1. Thank you for posting this well written and well documented History. Preterism is becoming a strong contender for the hearts and minds of Christians and knowing the historical roots and origin of the heretical teaching is a huge help when dealing with the deceived.

    1. Full preterism is equally heretical as dispensationalism, which wasn’t taught in the church until the 20 century in the USA.

      1. Don, i was thinking of a close statement as yours, but a bit different. Either preterism i believe is more dangerous to Christians than dispensationalism. Full preterism denies the second coming of Christ being future. Both deny certain aspects of the Bible’s teaching which is very problematic. But they do teach the second Coming and the rapture with their viewpoint. Both will deceive the believers into believing a lie that could be very problematic when the 70th week of Daniel happens along with the antichrist.

      2. Hello Don,
        I am interested to understand your comment on the heretical dispensationalism. Can you explain what that is or please direct me to some reading materials on the subject?
        Thank you!
        T. A.

  2. As in the documentary Amazing Grace, the church history in that video starts with Augustine, and doesn’t include the 300 years of history before Augustine. Sad. And misleading. This article is not the full story and has a bias to discredit the teaching.
    If only you could discredit the teaching with authority – God’s word. Yet that’s not what you did in this article. Straw men, ad hominem. Classic tactics when you don’t have a biblical argument. I could do the same in regard to how many foolish end of the world warnings (with dates that have passed) that have been stated by well known Christians.

    God’s word is the only rule. When humble Christ followers sit down and examine his word and set aside their pride, the truth is there for all to see. But if you want to wait for the rapture as taught by many today, and ignore context, go ahead. After all, you were predestined for salvation or eternal damnation from before the foundation of the world according to Calvin. Yet that’s not what God’s word says about being predestined.

    Study the language in revelation and see where that same language was used in the OT and what it meant. That’s where the truth is about the end of the age. Not in this article.

    1. The article was about the origin of Preterism, not the Biblical proof against it. The extra-biblical evidence against Preterism, however, referenced in the article, is pretty telling: no one shared that perspective at the time, and it originated with the catholics to fight against the reformation, and it only infected Protestantism by connecting through unbelievers (read, liberal theologians). Nothing of any redemptive significance happened in 70AD.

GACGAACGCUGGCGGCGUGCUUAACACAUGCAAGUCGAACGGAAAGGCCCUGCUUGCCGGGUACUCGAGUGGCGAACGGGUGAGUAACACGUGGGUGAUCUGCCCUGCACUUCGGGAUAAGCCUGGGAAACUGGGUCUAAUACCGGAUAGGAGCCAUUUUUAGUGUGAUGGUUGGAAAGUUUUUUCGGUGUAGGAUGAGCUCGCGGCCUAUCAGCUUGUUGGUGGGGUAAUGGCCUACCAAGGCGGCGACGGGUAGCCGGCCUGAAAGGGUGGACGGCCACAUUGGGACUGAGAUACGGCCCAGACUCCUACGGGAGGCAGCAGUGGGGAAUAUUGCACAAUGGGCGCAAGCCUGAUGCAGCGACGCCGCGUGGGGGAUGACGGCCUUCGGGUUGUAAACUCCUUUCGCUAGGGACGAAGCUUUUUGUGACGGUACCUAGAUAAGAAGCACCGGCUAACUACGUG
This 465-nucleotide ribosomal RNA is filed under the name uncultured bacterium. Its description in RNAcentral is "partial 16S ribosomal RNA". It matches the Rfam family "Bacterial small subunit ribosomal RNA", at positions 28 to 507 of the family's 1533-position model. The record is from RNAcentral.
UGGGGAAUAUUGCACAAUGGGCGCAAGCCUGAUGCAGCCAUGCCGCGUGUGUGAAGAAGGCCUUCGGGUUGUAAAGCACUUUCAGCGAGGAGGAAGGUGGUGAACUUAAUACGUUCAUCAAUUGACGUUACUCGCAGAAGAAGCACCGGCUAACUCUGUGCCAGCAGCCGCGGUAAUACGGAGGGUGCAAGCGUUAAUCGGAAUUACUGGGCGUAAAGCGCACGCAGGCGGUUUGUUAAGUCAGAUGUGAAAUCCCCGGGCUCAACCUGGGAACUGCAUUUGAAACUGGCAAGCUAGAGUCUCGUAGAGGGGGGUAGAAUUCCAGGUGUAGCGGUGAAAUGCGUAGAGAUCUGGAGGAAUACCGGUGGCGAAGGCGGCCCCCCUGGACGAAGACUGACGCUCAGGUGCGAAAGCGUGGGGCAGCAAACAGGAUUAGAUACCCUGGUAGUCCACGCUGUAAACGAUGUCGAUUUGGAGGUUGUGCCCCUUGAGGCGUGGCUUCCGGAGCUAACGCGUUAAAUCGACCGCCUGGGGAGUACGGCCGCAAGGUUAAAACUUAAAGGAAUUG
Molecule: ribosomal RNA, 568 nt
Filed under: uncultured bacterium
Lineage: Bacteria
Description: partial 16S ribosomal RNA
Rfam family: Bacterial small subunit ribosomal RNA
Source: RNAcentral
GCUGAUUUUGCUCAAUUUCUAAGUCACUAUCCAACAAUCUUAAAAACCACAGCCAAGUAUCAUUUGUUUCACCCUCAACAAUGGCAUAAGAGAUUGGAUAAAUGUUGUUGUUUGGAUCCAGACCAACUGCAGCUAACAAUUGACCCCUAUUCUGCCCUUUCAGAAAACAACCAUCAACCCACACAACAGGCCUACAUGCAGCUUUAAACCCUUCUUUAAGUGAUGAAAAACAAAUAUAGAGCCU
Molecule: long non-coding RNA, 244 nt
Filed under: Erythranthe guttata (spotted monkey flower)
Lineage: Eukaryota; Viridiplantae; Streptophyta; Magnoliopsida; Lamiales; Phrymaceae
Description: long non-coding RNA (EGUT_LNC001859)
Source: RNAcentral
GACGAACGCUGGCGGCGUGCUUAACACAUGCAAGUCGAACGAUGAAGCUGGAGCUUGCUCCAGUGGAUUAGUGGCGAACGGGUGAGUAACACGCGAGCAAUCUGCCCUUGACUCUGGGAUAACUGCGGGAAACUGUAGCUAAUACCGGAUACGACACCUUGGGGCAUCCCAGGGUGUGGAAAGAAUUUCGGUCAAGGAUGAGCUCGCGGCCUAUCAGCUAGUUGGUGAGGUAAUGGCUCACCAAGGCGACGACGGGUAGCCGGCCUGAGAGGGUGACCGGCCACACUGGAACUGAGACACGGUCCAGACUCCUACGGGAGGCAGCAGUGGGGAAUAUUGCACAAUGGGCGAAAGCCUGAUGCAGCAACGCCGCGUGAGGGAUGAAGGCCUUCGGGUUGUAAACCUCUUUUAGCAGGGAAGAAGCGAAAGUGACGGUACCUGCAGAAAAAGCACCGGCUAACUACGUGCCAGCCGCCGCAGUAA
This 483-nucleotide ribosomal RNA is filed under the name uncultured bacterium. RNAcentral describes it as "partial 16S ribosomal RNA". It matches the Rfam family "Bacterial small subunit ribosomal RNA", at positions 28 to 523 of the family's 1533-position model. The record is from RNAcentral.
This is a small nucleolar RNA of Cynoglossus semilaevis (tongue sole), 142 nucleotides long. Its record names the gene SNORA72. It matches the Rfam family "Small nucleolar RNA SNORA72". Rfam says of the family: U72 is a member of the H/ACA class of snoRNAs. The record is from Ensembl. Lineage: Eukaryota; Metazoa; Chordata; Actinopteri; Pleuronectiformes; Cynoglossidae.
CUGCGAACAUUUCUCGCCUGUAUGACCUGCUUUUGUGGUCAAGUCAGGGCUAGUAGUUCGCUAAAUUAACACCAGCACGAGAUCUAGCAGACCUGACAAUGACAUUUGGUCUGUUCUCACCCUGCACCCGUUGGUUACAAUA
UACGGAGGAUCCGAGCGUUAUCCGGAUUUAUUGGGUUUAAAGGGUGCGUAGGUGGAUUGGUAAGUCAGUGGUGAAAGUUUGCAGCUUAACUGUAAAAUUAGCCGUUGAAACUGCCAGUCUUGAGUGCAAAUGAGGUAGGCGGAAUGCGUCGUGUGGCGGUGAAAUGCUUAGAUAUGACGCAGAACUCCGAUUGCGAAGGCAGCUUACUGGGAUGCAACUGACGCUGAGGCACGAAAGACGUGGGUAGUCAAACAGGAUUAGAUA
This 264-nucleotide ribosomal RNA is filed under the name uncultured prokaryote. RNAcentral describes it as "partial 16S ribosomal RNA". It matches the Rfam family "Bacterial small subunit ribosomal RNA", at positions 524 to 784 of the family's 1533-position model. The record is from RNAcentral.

1. His people denied Him, His message and His authority all the way to the cross. He returned in 70 AD and His people continue to deny His presence, His authority and the Kingdom.

  3. Mr. Ice has written an excellent article on the origin of Preterism. What he has shared is truly enough for any Christian to grasp the fact that Preterism is a false doctrine. Preterists, however, utilize the tactic that anyone who disagrees with them is either “uniformed” or “ignorant” of the scriptures or their doctrine. Unless you have researched every iota of their doctrine and know it better than the Bible itself, well, you have no right to claim that preterism is false. But do we also need to learn every iota of every false doctrine out there before we can dismiss any of them? If we did, we would never end our research, and would never have time to serve the Lord. Likewise, we don’t need to know every iota of a counterfeit bill to know it’s counterfeit.

    Jesus said in John 6:39, “this is the Father’s will which hath sent Me, that of ALL which He hath given (past tense) Me I should lose nothing, but should raise IT up again at the LAST DAY.”

    The “ALL” and the “IT” in this verse pertains to the CORPORATE BODY of Christ, which He will resurrect on the “LAST DAY.” It’s quite obvious that the “all” which the Father had already given Him, even before He was crucified (implying before the foundation of the world, because God knows the end from the beginning), includes all who have been saved for the past 2,000 years, none of which have been resurrected. I don’t know about anybody else, but I have never seen the apostles walking down the street in their resurrected bodies preaching the gospel, nor John Baptist, Mary, King David, Moses, Noah, Ruth, or any of the prophets. No, the day of resurrection for the entire corporate Body, from Abel to the last tribulation saint, is still future.

  4. Honest question here. As a person that attends a church that is largely partial-preterist, I lean toward the pre-wrath view of eschatology. In other words, I’m not a preterist, but I’m not dogmatic in my views either. So I’m not trying to debate or argue from a specific standpoint. With that said, what about the Clementine Homilies (2nd century), Eusebius (3rd-4th century), Andreaus of Cappadocia (5th century)? All of them attributed the siege on Jerusalem in ad70 as fulfillment of the eschatological prophecies found in Daniel, the Gospels, and the Revelation of John.

  5. The interpretation of the Bible will be a problem with no end,so I just worry to love God, my neighbor, I used to be a futurist,but now I’m a full preterist it makes more sense to me,I don’t ask you to become a preterist, but to be free of religion and stay where you are if you are happy.